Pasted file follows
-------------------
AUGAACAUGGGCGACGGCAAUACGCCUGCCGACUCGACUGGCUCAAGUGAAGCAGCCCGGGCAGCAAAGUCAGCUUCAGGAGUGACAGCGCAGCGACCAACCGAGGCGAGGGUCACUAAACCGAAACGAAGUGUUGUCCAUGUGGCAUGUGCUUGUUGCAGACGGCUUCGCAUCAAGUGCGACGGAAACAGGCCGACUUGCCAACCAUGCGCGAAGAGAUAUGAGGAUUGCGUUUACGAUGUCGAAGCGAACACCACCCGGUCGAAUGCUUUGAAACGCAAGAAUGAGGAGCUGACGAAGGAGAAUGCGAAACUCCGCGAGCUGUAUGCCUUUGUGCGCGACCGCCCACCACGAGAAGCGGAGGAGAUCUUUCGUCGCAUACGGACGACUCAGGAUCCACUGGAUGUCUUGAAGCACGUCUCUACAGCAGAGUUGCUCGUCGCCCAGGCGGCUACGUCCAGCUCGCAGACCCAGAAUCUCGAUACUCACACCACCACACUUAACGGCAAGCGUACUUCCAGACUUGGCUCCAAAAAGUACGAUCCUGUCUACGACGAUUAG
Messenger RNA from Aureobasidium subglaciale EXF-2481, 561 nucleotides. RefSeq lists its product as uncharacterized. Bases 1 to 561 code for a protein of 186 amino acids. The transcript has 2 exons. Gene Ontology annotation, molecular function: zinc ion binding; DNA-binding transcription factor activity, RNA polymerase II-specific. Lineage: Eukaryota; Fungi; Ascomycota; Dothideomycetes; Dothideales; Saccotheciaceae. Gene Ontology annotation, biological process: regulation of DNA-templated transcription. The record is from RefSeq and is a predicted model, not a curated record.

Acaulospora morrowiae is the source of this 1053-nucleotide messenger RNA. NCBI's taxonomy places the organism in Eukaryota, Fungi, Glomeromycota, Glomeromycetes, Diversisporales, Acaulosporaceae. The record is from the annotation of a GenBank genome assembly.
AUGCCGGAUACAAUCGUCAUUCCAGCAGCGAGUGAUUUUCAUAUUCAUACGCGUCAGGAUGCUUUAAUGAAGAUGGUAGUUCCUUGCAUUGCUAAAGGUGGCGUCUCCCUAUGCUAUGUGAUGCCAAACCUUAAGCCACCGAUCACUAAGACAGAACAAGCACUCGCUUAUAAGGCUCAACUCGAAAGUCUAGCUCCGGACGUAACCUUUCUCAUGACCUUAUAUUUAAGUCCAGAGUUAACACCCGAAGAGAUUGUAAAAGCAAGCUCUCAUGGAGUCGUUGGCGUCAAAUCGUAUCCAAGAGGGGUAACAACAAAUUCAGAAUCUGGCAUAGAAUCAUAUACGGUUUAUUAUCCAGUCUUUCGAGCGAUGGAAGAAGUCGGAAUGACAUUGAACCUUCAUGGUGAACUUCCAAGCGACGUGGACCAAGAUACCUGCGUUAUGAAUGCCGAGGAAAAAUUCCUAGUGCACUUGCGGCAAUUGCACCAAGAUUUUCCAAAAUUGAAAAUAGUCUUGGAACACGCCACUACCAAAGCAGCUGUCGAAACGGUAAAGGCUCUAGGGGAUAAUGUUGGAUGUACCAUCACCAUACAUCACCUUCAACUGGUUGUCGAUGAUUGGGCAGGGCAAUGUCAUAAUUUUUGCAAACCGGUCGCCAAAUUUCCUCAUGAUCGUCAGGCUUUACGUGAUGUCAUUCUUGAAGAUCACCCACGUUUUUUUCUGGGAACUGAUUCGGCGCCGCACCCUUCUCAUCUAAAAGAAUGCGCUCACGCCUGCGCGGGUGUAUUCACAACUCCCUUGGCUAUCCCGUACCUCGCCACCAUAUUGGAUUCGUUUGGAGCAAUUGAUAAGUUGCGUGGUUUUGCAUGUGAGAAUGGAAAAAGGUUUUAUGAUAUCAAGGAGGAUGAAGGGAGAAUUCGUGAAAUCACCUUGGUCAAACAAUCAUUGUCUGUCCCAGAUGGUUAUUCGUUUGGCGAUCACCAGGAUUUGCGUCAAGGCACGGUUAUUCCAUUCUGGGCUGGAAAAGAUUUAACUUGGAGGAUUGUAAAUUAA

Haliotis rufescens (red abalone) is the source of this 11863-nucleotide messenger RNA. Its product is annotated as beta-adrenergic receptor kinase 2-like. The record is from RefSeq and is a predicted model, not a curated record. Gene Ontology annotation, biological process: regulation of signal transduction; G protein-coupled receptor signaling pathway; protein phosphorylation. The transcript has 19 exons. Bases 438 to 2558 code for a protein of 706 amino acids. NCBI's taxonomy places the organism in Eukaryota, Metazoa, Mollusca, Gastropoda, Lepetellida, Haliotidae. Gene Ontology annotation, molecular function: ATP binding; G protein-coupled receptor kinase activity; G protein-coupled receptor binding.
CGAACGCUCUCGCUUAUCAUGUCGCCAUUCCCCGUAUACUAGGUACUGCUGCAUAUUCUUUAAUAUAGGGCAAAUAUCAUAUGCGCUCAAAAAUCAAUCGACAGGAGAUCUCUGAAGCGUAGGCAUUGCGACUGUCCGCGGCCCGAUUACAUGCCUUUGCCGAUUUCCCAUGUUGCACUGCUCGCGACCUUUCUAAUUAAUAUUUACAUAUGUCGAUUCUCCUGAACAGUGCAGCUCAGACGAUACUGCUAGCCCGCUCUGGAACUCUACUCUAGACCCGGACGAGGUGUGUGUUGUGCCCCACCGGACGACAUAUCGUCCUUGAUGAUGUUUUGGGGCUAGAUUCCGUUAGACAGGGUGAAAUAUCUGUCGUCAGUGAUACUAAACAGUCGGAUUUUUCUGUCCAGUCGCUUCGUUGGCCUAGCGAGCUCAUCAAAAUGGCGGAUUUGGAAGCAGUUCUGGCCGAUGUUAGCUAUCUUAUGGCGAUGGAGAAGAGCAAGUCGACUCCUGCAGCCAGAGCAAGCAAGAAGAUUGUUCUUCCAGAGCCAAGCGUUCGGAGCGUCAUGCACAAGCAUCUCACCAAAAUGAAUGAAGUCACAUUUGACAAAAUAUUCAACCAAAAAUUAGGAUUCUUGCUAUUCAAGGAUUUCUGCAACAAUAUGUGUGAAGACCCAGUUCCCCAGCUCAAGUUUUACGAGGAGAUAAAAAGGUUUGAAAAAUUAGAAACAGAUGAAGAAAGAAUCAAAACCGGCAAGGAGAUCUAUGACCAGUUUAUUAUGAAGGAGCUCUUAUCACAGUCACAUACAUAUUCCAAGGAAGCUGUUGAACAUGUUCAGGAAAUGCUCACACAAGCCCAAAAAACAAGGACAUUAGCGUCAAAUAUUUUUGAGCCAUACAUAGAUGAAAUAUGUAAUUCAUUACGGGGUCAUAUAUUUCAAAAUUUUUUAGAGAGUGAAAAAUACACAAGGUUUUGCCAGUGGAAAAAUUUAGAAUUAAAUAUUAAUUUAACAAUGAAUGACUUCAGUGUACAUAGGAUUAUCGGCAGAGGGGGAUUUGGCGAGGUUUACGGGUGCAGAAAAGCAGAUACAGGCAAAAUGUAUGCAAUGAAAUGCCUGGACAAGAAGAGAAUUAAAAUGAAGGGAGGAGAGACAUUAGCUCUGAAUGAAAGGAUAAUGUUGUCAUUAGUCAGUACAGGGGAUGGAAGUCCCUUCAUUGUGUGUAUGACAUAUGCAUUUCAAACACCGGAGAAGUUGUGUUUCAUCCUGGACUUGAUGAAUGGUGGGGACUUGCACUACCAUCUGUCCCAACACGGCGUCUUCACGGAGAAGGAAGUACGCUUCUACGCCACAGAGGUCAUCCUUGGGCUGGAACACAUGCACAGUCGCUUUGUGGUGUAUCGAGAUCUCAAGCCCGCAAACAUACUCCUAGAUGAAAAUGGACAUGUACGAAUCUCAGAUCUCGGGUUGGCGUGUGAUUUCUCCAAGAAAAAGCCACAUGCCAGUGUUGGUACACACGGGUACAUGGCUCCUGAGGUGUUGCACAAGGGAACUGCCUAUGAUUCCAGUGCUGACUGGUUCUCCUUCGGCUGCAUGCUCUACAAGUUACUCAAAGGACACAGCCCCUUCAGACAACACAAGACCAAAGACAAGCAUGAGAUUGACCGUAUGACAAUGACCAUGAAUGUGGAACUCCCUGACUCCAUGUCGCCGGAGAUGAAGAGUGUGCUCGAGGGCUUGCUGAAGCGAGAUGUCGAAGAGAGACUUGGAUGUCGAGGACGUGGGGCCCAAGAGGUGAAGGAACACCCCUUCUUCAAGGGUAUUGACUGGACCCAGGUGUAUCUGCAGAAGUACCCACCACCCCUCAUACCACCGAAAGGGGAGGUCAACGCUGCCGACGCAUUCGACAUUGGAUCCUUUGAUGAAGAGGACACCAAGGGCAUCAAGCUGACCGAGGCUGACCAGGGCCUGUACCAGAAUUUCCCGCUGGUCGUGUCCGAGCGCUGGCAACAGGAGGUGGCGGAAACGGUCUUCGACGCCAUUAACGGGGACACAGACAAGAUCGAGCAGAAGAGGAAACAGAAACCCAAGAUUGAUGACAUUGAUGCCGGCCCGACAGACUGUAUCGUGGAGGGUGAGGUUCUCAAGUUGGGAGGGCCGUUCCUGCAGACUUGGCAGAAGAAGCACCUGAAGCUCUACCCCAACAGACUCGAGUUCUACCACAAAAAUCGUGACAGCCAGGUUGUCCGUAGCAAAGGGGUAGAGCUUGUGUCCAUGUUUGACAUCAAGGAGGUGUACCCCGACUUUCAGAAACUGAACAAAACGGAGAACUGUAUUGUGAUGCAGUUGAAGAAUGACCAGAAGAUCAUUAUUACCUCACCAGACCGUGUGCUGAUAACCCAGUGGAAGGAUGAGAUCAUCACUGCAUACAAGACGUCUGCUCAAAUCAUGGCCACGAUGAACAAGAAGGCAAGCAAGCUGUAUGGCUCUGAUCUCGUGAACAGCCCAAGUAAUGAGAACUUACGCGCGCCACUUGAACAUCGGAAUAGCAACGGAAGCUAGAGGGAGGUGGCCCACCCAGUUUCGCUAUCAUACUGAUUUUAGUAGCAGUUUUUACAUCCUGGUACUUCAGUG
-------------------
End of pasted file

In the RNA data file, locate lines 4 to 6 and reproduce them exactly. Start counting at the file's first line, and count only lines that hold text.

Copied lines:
AUGCCGGAUACAAUCGUCAUUCCAGCAGCGAGUGAUUUUCAUAUUCAUACGCGUCAGGAUGCUUUAAUGAAGAUGGUAGUUCCUUGCAUUGCUAAAGGUGGCGUCUCCCUAUGCUAUGUGAUGCCAAACCUUAAGCCACCGAUCACUAAGACAGAACAAGCACUCGCUUAUAAGGCUCAACUCGAAAGUCUAGCUCCGGACGUAACCUUUCUCAUGACCUUAUAUUUAAGUCCAGAGUUAACACCCGAAGAGAUUGUAAAAGCAAGCUCUCAUGGAGUCGUUGGCGUCAAAUCGUAUCCAAGAGGGGUAACAACAAAUUCAGAAUCUGGCAUAGAAUCAUAUACGGUUUAUUAUCCAGUCUUUCGAGCGAUGGAAGAAGUCGGAAUGACAUUGAACCUUCAUGGUGAACUUCCAAGCGACGUGGACCAAGAUACCUGCGUUAUGAAUGCCGAGGAAAAAUUCCUAGUGCACUUGCGGCAAUUGCACCAAGAUUUUCCAAAAUUGAAAAUAGUCUUGGAACACGCCACUACCAAAGCAGCUGUCGAAACGGUAAAGGCUCUAGGGGAUAAUGUUGGAUGUACCAUCACCAUACAUCACCUUCAACUGGUUGUCGAUGAUUGGGCAGGGCAAUGUCAUAAUUUUUGCAAACCGGUCGCCAAAUUUCCUCAUGAUCGUCAGGCUUUACGUGAUGUCAUUCUUGAAGAUCACCCACGUUUUUUUCUGGGAACUGAUUCGGCGCCGCACCCUUCUCAUCUAAAAGAAUGCGCUCACGCCUGCGCGGGUGUAUUCACAACUCCCUUGGCUAUCCCGUACCUCGCCACCAUAUUGGAUUCGUUUGGAGCAAUUGAUAAGUUGCGUGGUUUUGCAUGUGAGAAUGGAAAAAGGUUUUAUGAUAUCAAGGAGGAUGAAGGGAGAAUUCGUGAAAUCACCUUGGUCAAACAAUCAUUGUCUGUCCCAGAUGGUUAUUCGUUUGGCGAUCACCAGGAUUUGCGUCAAGGCACGGUUAUUCCAUUCUGGGCUGGAAAAGAUUUAACUUGGAGGAUUGUAAAUUAA

Haliotis rufescens (red abalone) is the source of this 11863-nucleotide messenger RNA. Its product is annotated as beta-adrenergic receptor kinase 2-like. The record is from RefSeq and is a predicted model, not a curated record. Gene Ontology annotation, biological process: regulation of signal transduction; G protein-coupled receptor signaling pathway; protein phosphorylation. The transcript has 19 exons. Bases 438 to 2558 code for a protein of 706 amino acids. NCBI's taxonomy places the organism in Eukaryota, Metazoa, Mollusca, Gastropoda, Lepetellida, Haliotidae. Gene Ontology annotation, molecular function: ATP binding; G protein-coupled receptor kinase activity; G protein-coupled receptor binding.
CGAACGCUCUCGCUUAUCAUGUCGCCAUUCCCCGUAUACUAGGUACUGCUGCAUAUUCUUUAAUAUAGGGCAAAUAUCAUAUGCGCUCAAAAAUCAAUCGACAGGAGAUCUCUGAAGCGUAGGCAUUGCGACUGUCCGCGGCCCGAUUACAUGCCUUUGCCGAUUUCCCAUGUUGCACUGCUCGCGACCUUUCUAAUUAAUAUUUACAUAUGUCGAUUCUCCUGAACAGUGCAGCUCAGACGAUACUGCUAGCCCGCUCUGGAACUCUACUCUAGACCCGGACGAGGUGUGUGUUGUGCCCCACCGGACGACAUAUCGUCCUUGAUGAUGUUUUGGGGCUAGAUUCCGUUAGACAGGGUGAAAUAUCUGUCGUCAGUGAUACUAAACAGUCGGAUUUUUCUGUCCAGUCGCUUCGUUGGCCUAGCGAGCUCAUCAAAAUGGCGGAUUUGGAAGCAGUUCUGGCCGAUGUUAGCUAUCUUAUGGCGAUGGAGAAGAGCAAGUCGACUCCUGCAGCCAGAGCAAGCAAGAAGAUUGUUCUUCCAGAGCCAAGCGUUCGGAGCGUCAUGCACAAGCAUCUCACCAAAAUGAAUGAAGUCACAUUUGACAAAAUAUUCAACCAAAAAUUAGGAUUCUUGCUAUUCAAGGAUUUCUGCAACAAUAUGUGUGAAGACCCAGUUCCCCAGCUCAAGUUUUACGAGGAGAUAAAAAGGUUUGAAAAAUUAGAAACAGAUGAAGAAAGAAUCAAAACCGGCAAGGAGAUCUAUGACCAGUUUAUUAUGAAGGAGCUCUUAUCACAGUCACAUACAUAUUCCAAGGAAGCUGUUGAACAUGUUCAGGAAAUGCUCACACAAGCCCAAAAAACAAGGACAUUAGCGUCAAAUAUUUUUGAGCCAUACAUAGAUGAAAUAUGUAAUUCAUUACGGGGUCAUAUAUUUCAAAAUUUUUUAGAGAGUGAAAAAUACACAAGGUUUUGCCAGUGGAAAAAUUUAGAAUUAAAUAUUAAUUUAACAAUGAAUGACUUCAGUGUACAUAGGAUUAUCGGCAGAGGGGGAUUUGGCGAGGUUUACGGGUGCAGAAAAGCAGAUACAGGCAAAAUGUAUGCAAUGAAAUGCCUGGACAAGAAGAGAAUUAAAAUGAAGGGAGGAGAGACAUUAGCUCUGAAUGAAAGGAUAAUGUUGUCAUUAGUCAGUACAGGGGAUGGAAGUCCCUUCAUUGUGUGUAUGACAUAUGCAUUUCAAACACCGGAGAAGUUGUGUUUCAUCCUGGACUUGAUGAAUGGUGGGGACUUGCACUACCAUCUGUCCCAACACGGCGUCUUCACGGAGAAGGAAGUACGCUUCUACGCCACAGAGGUCAUCCUUGGGCUGGAACACAUGCACAGUCGCUUUGUGGUGUAUCGAGAUCUCAAGCCCGCAAACAUACUCCUAGAUGAAAAUGGACAUGUACGAAUCUCAGAUCUCGGGUUGGCGUGUGAUUUCUCCAAGAAAAAGCCACAUGCCAGUGUUGGUACACACGGGUACAUGGCUCCUGAGGUGUUGCACAAGGGAACUGCCUAUGAUUCCAGUGCUGACUGGUUCUCCUUCGGCUGCAUGCUCUACAAGUUACUCAAAGGACACAGCCCCUUCAGACAACACAAGACCAAAGACAAGCAUGAGAUUGACCGUAUGACAAUGACCAUGAAUGUGGAACUCCCUGACUCCAUGUCGCCGGAGAUGAAGAGUGUGCUCGAGGGCUUGCUGAAGCGAGAUGUCGAAGAGAGACUUGGAUGUCGAGGACGUGGGGCCCAAGAGGUGAAGGAACACCCCUUCUUCAAGGGUAUUGACUGGACCCAGGUGUAUCUGCAGAAGUACCCACCACCCCUCAUACCACCGAAAGGGGAGGUCAACGCUGCCGACGCAUUCGACAUUGGAUCCUUUGAUGAAGAGGACACCAAGGGCAUCAAGCUGACCGAGGCUGACCAGGGCCUGUACCAGAAUUUCCCGCUGGUCGUGUCCGAGCGCUGGCAACAGGAGGUGGCGGAAACGGUCUUCGACGCCAUUAACGGGGACACAGACAAGAUCGAGCAGAAGAGGAAACAGAAACCCAAGAUUGAUGACAUUGAUGCCGGCCCGACAGACUGUAUCGUGGAGGGUGAGGUUCUCAAGUUGGGAGGGCCGUUCCUGCAGACUUGGCAGAAGAAGCACCUGAAGCUCUACCCCAACAGACUCGAGUUCUACCACAAAAAUCGUGACAGCCAGGUUGUCCGUAGCAAAGGGGUAGAGCUUGUGUCCAUGUUUGACAUCAAGGAGGUGUACCCCGACUUUCAGAAACUGAACAAAACGGAGAACUGUAUUGUGAUGCAGUUGAAGAAUGACCAGAAGAUCAUUAUUACCUCACCAGACCGUGUGCUGAUAACCCAGUGGAAGGAUGAGAUCAUCACUGCAUACAAGACGUCUGCUCAAAUCAUGGCCACGAUGAACAAGAAGGCAAGCAAGCUGUAUGGCUCUGAUCUCGUGAACAGCCCAAGUAAUGAGAACUUACGCGCGCCACUUGAACAUCGGAAUAGCAACGGAAGCUAGAGGGAGGUGGCCCACCCAGUUUCGCUAUCAUACUGAUUUUAGUAGCAGUUUUUACAUCCUGGUACUUCAGUG